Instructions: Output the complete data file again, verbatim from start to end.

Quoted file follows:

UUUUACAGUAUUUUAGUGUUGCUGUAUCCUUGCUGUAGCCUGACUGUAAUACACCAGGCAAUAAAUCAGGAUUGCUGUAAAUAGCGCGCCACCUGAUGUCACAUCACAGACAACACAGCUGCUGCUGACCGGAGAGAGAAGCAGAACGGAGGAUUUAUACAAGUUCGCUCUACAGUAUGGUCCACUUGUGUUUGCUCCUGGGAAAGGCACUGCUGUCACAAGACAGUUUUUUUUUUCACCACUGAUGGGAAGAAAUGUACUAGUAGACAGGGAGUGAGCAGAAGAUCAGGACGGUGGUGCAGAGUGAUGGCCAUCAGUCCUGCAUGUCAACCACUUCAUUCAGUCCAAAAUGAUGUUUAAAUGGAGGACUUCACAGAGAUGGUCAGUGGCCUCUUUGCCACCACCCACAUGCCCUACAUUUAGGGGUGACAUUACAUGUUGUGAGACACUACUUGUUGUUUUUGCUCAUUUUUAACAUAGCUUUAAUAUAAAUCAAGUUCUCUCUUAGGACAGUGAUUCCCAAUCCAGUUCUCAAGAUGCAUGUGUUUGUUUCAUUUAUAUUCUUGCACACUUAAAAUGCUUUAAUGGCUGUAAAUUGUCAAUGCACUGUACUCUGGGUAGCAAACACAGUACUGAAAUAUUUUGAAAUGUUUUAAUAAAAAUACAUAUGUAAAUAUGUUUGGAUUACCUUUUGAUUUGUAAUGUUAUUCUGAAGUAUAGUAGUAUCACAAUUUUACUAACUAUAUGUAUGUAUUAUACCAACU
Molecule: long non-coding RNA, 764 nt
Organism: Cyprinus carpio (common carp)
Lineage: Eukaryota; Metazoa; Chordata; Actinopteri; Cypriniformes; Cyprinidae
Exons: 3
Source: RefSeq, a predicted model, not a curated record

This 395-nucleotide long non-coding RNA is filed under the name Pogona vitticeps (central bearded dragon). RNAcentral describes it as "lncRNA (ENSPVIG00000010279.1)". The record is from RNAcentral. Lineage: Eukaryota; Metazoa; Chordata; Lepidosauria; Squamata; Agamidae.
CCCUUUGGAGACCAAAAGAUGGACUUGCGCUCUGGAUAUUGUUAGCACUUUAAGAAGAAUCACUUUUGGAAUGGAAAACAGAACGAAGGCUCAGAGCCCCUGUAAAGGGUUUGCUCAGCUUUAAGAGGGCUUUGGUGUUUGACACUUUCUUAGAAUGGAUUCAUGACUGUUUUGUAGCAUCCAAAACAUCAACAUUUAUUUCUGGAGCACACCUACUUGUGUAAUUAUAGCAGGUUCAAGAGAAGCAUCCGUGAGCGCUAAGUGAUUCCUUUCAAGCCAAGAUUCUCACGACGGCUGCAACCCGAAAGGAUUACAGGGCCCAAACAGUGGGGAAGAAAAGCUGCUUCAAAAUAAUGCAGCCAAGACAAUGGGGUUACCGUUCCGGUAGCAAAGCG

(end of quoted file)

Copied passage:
UUUUACAGUAUUUUAGUGUUGCUGUAUCCUUGCUGUAGCCUGACUGUAAUACACCAGGCAAUAAAUCAGGAUUGCUGUAAAUAGCGCGCCACCUGAUGUCACAUCACAGACAACACAGCUGCUGCUGACCGGAGAGAGAAGCAGAACGGAGGAUUUAUACAAGUUCGCUCUACAGUAUGGUCCACUUGUGUUUGCUCCUGGGAAAGGCACUGCUGUCACAAGACAGUUUUUUUUUUCACCACUGAUGGGAAGAAAUGUACUAGUAGACAGGGAGUGAGCAGAAGAUCAGGACGGUGGUGCAGAGUGAUGGCCAUCAGUCCUGCAUGUCAACCACUUCAUUCAGUCCAAAAUGAUGUUUAAAUGGAGGACUUCACAGAGAUGGUCAGUGGCCUCUUUGCCACCACCCACAUGCCCUACAUUUAGGGGUGACAUUACAUGUUGUGAGACACUACUUGUUGUUUUUGCUCAUUUUUAACAUAGCUUUAAUAUAAAUCAAGUUCUCUCUUAGGACAGUGAUUCCCAAUCCAGUUCUCAAGAUGCAUGUGUUUGUUUCAUUUAUAUUCUUGCACACUUAAAAUGCUUUAAUGGCUGUAAAUUGUCAAUGCACUGUACUCUGGGUAGCAAACACAGUACUGAAAUAUUUUGAAAUGUUUUAAUAAAAAUACAUAUGUAAAUAUGUUUGGAUUACCUUUUGAUUUGUAAUGUUAUUCUGAAGUAUAGUAGUAUCACAAUUUUACUAACUAUAUGUAUGUAUUAUACCAACU
Molecule: long non-coding RNA, 764 nt
Organism: Cyprinus carpio (common carp)
Lineage: Eukaryota; Metazoa; Chordata; Actinopteri; Cypriniformes; Cyprinidae
Exons: 3
Source: RefSeq, a predicted model, not a curated record

This 395-nucleotide long non-coding RNA is filed under the name Pogona vitticeps (central bearded dragon). RNAcentral describes it as "lncRNA (ENSPVIG00000010279.1)". The record is from RNAcentral. Lineage: Eukaryota; Metazoa; Chordata; Lepidosauria; Squamata; Agamidae.
CCCUUUGGAGACCAAAAGAUGGACUUGCGCUCUGGAUAUUGUUAGCACUUUAAGAAGAAUCACUUUUGGAAUGGAAAACAGAACGAAGGCUCAGAGCCCCUGUAAAGGGUUUGCUCAGCUUUAAGAGGGCUUUGGUGUUUGACACUUUCUUAGAAUGGAUUCAUGACUGUUUUGUAGCAUCCAAAACAUCAACAUUUAUUUCUGGAGCACACCUACUUGUGUAAUUAUAGCAGGUUCAAGAGAAGCAUCCGUGAGCGCUAAGUGAUUCCUUUCAAGCCAAGAUUCUCACGACGGCUGCAACCCGAAAGGAUUACAGGGCCCAAACAGUGGGGAAGAAAAGCUGCUUCAAAAUAAUGCAGCCAAGACAAUGGGGUUACCGUUCCGGUAGCAAAGCG